Performance is always important for users of The Server Framework and I often spend time profiling the code and thinking about ways to improve performance. Hardware has changed considerably since I first designed The Server Framework back in 2001 and some things that worked well enough back then are now serious impediments to further performance gains. That’s not to say that the performance of The Server Framework today is bad, it’s not, it’s just that in some situations and on some hardware it could be even better.
One of the things that I changed last year was how we dispatch operations on a connection. Before the changes multiple I/O threads could block each other whilst operations were dispatched for a single connection. This was unnecessary and could reduce the throughput on all connections when one connection had several operation completions pending. I fixed this by adding a per-connection operation queue and ensuring that only one I/O thread at a time was ever processing operations for a given connection; other I/O threads would simply add operations for that connection to its operation queue and only process them if no other thread was already processing for that connection.
Whilst those changes deal with serialising multiple concurrent I/O completion events on a connection there’s still the potential for multiple threads accessing a given connection’s state if non-I/O threads are issuing read and write operations on the connection. Not all connections need to worry about the interaction of a read request and a completion from a previous request, but things like SSL engines may care. We have several areas in The Server Framework, and more in complex server’s built on top of the framework, where it’s important that only a single operation is being processed at a time. Locks are currently used to ensure that only a single operation is processed at a time, but this blocks other threads. What’s more most of the code that cares about this also cares about calling out to user callback interfaces without holding locks. Holding locks when calling back into user code is an easy way to create unexpected lock inversions which can deadlock a system.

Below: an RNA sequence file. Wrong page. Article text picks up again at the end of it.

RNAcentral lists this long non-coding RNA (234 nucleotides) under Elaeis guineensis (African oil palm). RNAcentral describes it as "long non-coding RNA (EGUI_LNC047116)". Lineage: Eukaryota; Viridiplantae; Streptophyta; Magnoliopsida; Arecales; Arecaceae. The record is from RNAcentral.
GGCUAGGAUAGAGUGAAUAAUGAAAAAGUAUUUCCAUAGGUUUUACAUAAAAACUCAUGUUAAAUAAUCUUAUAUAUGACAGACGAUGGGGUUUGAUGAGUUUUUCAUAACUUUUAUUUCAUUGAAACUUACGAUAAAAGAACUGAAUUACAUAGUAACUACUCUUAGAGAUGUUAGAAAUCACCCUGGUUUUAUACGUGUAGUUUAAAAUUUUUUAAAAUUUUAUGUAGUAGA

In the diagram above, given the threads 1, 2, 3 & 4 with four work items A, B, C & D for a single object, the threads are serialised and block until each can process its own operation on the object. This is bad for performance, bad for contention and bad for locality of reference as the data object can be bounced back and forth between different CPU caches.
The code that I describe in the rest of this article forms the basis of a new “single threaded processor” object which enables efficient command queuing from multiple threads where commands are only ever processed on one thread at a time, minimal thread blocking occurs, no locks are held whilst processing and an object tends to stay on the same thread whilst there’s work to be done.